In writing my 1994 for the Golden Ani-versary blog, I noticed that Studio Gallop had a group of creative talent running through their shoujo anime similar to Sailor Moon‘s crew. This Akko-chan inspired series is the first in a run of shoujo manga adaptations.

Princess Erika from the Land of Magic arrives on Earth in search of her human lookalike to gift them a magic item. This item is a magic ribbon that allows the wearer to transform into someone else for an hour a day. If this proves useful over the course of a year, Erika will be able to become ruler of her land.

Her human twin is a 14 year old tomboy, Himeko Nonohara (both parts are non talking animal roles for Ikue Ohtani), who has a crush on an older boy at school and wishes she was more feminine like her big sister. While she sulks about kicking another boy in the head in front of her crush, Erika appears outside Himeko’s bedroom window.

She explains herself and the ribbon. As per usual there are a bunch of arbitary rules, you can’t tell anyone, and if you dont recite the reversal chant before the hour’s up you will be stuck in the form you turned into. Oh and Himeko’s plush toy lion, Pokota is brought to life by the ribbon too (voiced by Kazue Ikura, who would go on to cover for Ohtani as Tony Tony Chopper on One Piece when she was pregnant).

The first thing Himeko changes into is her big sister, and that’s where the episode ends.

This is a funny, charming show, with some great character designs from the debuting Hajime Watanabe. Watanabe provides a unifying look to these shojo adaptations, and then would go onto frequently collaborate with the director of two of them, Akitaro Daichi.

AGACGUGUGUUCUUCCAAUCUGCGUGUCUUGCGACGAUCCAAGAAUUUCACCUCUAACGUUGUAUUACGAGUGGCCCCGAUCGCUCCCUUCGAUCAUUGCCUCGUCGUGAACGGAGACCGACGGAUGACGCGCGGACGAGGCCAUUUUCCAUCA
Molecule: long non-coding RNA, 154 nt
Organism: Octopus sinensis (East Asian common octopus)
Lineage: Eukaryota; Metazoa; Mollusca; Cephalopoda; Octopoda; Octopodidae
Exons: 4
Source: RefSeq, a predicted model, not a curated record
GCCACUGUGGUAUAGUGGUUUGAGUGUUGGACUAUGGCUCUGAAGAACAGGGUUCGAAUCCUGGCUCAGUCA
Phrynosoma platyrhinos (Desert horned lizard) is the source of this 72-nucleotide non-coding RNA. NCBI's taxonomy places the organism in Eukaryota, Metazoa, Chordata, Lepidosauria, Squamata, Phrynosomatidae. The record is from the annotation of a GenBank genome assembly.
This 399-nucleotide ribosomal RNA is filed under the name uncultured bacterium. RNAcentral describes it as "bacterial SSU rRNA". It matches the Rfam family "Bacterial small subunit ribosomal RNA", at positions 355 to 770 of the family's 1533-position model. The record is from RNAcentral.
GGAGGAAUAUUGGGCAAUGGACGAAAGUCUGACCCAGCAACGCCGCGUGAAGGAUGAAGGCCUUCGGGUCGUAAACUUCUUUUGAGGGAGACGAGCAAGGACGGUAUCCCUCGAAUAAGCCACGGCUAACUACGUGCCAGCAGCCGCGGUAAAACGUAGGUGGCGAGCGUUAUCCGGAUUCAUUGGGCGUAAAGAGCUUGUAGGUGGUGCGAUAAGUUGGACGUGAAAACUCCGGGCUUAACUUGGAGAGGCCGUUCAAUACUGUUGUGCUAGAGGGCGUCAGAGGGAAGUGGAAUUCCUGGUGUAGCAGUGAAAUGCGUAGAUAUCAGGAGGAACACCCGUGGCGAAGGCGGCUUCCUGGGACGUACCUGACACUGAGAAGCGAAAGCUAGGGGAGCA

No Daichi yet though, he wouldn’t appear on the scene until 1994, the director on this series is Hatsuki Tsuji. Tsuji had been animating as far back as the second series of Lupin III, and was a mainstay at Gallop through the 80s. This was his first director credit though. More recently he’s been the man for bringing trading card games to life, directing Yu Gi OhLive On Cardliver Kakeru and Cardfight Vanguard.

The head writer was Takashi Yamada, who has been head writer on a list of shoujo shows as long as your arm. 

  • Crayon Kingdom of Dreams
  • Heartcatch Precure
  • Hime-chan’s Ribbon
  • Little Red Riding Hood ChaCha
  • Magical Doremi DOKKAN
  • Mo~tto! Ojamajo Doremi
  • Ojamajo Doremi
  • Ojamajo Doremi #
  • Onegai My Melody
  • Onegai My Melody – Kuru Kuru Shuffle!
  • Onegai My Melody Kirara
  • Onegai My Melody Sukkiri
  • Yumeiro Pâtissière
  • Yumeiro Pâtissière SP Professional

I’m sure I’ve missed some, there’s plenty of others he’s written episodes for either under his real name or his pen names Midori Kuriyama and K.Y. Green. And even more that aren’t shoujo shows. Prolific is the word, currently he’s head writer on Danchi Tomoo.

Hiroaki Sakurai (Digi CharatCromartie High School) directed 10 episodes and would be a mainstay on these 90s Gallop shows. I think he’s the only episode director who’d be on the next Gallop show with Tsuji.

Animation directors Masayuki Onchi and Yoko Konishi would join Tsuji again on the next Gallop shoujo project, as would art director Shichiro Kobayashi.

Most of the script writers would return on future Gallop productions, including:

  • Hiroshi Toda (scripts). Toda had been head writer on the first three seasons of Ranma 1/2
  • Shigeru Yanagawa (scripts). And Yanagawa had been head writer on the last three seasons of Ranma 1/2.
  • Miharu Hirami (scripts). Hirami would be head writer on the 1996 Gallop show Kodocha.
  • Ryousuke Takahashi (scripts, production co-operation). Takahashi’s work at Gallop tends to get overlooked in comparison to his famous mecha creations, but he worked on a lot of their output in the 90s.